Sportswashed Away: Saudi Arabia’s Newcastle United Takeover is Almost Complete

© REUTERS / HANDOUTSaudi Arabia's Crown Prince Mohammed bin Salman attends a graduation ceremony for the 95th batch of cadets from the King Faisal Air Academy in Riyadh, Saudi Arabia December 23, 2018.
Saudi Arabia's Crown Prince Mohammed bin Salman attends a graduation ceremony for the 95th batch of cadets from the King Faisal Air Academy in Riyadh, Saudi Arabia December 23, 2018. - Sputnik International, 1920, 06.10.2021
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Saudi Arabia’s long and winding pursuit of Newcastle United looks to be coming to a close. With an agreement between the Premier League and the Saudis on the horizon, the story will once again shift to Saudi Arabia’s human rights record and the rise of ‘sportswashing.’
One of the final hurdles in securing the deal was an agreement reached between Saudi Arabia and beIN Sports, a Qatari network, that lifted a four-year broadcasting ban of the network in Saudi Arabia over a diplomatic dispute. Saudi Arabia also said they would stop housing and promoting illegal streams of beIN Sports, and there have been discussions over settling a lawsuit that claims beIN lost $1 billion in revenue due to the harboring of illegal streams.
The deal to purchase Newcastle is suggested to be around £300 million. More than double the £134 million current owner Mike Ashley paid to purchase the club.
Newcastle supporters have been itching for new ownership for ages. When Mike Ashley bought the team in 2007, he endeared himself to the fans by watching games amongst them in the stands. However, his inability to turn the team into a consistent winner eventually soured his relationship with the fanbase. With the news that the Public Investment Fund, the sovereign wealth fund of Saudi Arabia, was close to a takeover in April 2020, Newcastle fans began to dream of trophies again. However, the Premier League wouldn’t sell the team without Saudi Arabia lifting the bans on beIN Sport, which set off a year-long battle.
The phenomenon of ‘sportswashing’ is not new, but it has become ever more present in top-flight European football. The idea is simple: some entity with questionable ethics buys a sports team, invests heavily in the team’s success, and garnes a massive amount of goodwill. For much of history, this was carried out by individuals, but more recently, it has gone to the state level.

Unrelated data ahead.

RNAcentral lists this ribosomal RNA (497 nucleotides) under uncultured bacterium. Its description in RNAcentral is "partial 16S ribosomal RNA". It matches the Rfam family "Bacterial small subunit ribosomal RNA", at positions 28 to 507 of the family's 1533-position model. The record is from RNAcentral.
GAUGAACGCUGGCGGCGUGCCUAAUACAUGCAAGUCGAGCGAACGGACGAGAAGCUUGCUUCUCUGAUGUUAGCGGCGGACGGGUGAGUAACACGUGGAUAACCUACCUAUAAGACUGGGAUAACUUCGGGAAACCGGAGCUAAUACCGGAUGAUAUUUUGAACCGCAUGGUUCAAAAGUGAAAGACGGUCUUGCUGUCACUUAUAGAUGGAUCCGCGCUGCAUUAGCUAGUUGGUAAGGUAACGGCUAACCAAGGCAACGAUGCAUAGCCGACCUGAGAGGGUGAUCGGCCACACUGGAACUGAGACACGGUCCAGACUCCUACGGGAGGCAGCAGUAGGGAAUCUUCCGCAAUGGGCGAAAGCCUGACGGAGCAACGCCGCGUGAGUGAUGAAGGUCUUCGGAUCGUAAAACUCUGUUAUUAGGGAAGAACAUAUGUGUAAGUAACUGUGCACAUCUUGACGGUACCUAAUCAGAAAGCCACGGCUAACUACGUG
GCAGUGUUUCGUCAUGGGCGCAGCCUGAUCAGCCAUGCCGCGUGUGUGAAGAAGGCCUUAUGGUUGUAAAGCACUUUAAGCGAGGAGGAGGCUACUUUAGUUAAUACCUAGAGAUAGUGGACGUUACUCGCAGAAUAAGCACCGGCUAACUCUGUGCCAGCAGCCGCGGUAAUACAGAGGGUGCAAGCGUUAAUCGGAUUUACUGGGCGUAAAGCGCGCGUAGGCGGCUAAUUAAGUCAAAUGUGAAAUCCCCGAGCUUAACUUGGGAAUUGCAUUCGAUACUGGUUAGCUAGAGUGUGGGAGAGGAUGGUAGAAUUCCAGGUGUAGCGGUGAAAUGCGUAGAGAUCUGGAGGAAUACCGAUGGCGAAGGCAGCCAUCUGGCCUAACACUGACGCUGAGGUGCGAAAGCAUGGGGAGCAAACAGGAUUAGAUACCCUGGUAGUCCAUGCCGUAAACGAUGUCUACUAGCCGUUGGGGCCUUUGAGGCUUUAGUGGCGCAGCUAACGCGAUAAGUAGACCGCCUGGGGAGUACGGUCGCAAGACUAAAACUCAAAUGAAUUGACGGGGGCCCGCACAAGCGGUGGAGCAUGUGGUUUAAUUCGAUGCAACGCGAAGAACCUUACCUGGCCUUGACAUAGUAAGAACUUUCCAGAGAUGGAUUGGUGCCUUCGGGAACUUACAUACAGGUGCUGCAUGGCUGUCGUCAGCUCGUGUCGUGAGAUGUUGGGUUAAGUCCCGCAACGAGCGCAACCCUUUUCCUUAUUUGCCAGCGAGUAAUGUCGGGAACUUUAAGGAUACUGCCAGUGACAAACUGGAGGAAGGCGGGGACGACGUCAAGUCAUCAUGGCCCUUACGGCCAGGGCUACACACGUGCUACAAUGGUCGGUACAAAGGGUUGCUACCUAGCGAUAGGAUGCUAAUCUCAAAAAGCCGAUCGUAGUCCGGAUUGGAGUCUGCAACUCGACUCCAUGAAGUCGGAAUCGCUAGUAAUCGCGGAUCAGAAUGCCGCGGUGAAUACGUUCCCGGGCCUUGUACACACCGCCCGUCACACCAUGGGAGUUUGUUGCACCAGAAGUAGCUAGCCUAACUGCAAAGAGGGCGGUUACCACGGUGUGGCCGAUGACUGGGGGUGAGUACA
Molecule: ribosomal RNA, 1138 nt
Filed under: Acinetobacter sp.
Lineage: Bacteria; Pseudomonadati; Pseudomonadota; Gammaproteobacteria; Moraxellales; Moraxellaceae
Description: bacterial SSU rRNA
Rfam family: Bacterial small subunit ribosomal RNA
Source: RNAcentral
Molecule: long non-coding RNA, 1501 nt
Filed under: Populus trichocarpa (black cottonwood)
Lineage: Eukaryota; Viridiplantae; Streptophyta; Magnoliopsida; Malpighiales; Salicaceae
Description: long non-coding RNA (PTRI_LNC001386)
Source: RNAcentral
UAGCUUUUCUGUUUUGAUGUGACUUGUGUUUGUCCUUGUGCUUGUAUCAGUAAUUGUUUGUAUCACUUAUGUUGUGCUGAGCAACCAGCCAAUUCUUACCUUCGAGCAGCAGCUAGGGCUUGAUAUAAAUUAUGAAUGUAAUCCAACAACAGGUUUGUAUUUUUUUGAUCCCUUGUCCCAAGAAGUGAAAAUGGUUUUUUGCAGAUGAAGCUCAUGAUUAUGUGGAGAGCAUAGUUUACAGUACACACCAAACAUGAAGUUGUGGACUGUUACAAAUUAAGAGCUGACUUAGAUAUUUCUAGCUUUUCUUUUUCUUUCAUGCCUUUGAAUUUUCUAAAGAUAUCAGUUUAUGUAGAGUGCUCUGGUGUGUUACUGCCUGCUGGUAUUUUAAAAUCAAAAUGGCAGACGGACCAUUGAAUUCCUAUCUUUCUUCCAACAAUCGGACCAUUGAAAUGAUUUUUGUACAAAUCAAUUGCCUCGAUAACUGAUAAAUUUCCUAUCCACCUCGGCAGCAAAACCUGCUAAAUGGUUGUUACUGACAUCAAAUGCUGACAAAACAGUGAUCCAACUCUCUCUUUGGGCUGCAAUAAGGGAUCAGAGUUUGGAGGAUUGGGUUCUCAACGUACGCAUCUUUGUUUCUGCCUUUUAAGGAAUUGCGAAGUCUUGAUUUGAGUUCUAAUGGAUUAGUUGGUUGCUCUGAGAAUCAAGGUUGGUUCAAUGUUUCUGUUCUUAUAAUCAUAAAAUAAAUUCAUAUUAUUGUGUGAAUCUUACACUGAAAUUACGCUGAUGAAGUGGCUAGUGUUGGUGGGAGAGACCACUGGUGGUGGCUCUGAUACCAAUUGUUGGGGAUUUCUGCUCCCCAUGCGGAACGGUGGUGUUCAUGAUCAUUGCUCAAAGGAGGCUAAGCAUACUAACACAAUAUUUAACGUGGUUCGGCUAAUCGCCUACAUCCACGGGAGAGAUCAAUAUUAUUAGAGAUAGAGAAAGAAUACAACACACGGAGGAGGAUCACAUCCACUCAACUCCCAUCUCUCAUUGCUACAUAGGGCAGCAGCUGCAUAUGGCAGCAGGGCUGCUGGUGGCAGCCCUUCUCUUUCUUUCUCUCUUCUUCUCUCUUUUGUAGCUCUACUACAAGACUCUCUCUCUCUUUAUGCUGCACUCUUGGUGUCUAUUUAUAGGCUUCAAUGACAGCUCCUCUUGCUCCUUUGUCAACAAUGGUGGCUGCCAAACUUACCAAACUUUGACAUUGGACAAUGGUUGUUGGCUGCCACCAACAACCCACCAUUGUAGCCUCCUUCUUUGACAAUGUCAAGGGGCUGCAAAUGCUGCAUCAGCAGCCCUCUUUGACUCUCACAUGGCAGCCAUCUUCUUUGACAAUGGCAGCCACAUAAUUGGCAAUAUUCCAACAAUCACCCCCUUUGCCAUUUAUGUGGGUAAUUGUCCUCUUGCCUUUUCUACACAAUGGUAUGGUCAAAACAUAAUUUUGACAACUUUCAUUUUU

In 2008, Manchester City was purchased by the Abu Dhabi United Group, a private equity company owned by a member of the Abu Dhabi royal family. The ownership group came in, spent heavily, and trophies ensued. Similarly, in 2011, Paris Saint-Germaine was purchased by Qatar Sports Investments, a shareholding organization that has direct ties up the ladder of Qatari politics. Almost like clockwork, QSI came in, spent heavily, and turned PSG into a global power.
The allure of an oil-rich nation purchasing a club is obvious. The owners have near-limitless resources and have shown a willingness to turn their teams’ into some of the best clubs in the world. However, there is a darker side to it all, and it starts with a simple question: why invest billions into a football club?
Professional sports franchises are good investments, but they’re not as good an investment as getting in at the ground floor of a tech start-up. A football club has a massive amount of overhead, and if you want to compete for the biggest trophies, you need to consistently outspend the opposition. If you’re in charge of the finances of a massive portfolio, buying a professional football club is not at the top of your list, but what if that isn’t the goal?
What if the goal is to prove to a global audience that you’re good and ‘sportswashing’ is the route? Both Qatar and the United Arab Emirates have well-documented human rights violations, and are both non-democratic states. In short, they’re the types of regimes that usually draw the ire of Western democracies. However, when one regime takes over and supports your favorite team, suddenly they don’t look so bad.
‘Sportswashing’ doesn’t just stop at building a strong team. Both PSG and Manchester City have invested heavily in their communities. The idea is to buy people’s support to the point where it becomes blind. With Newcastle’s likely takeover by Saudi Arabia’s Public Investment Fund, the same cycle will repeat itself. Ownership will come in, invest heavily, and trophies will likely be raised. It’s not meant to erase the human rights violations carried out in Saudi Arabia, it’s just meant to make you ask, do I care as long as Newcastle is winning?
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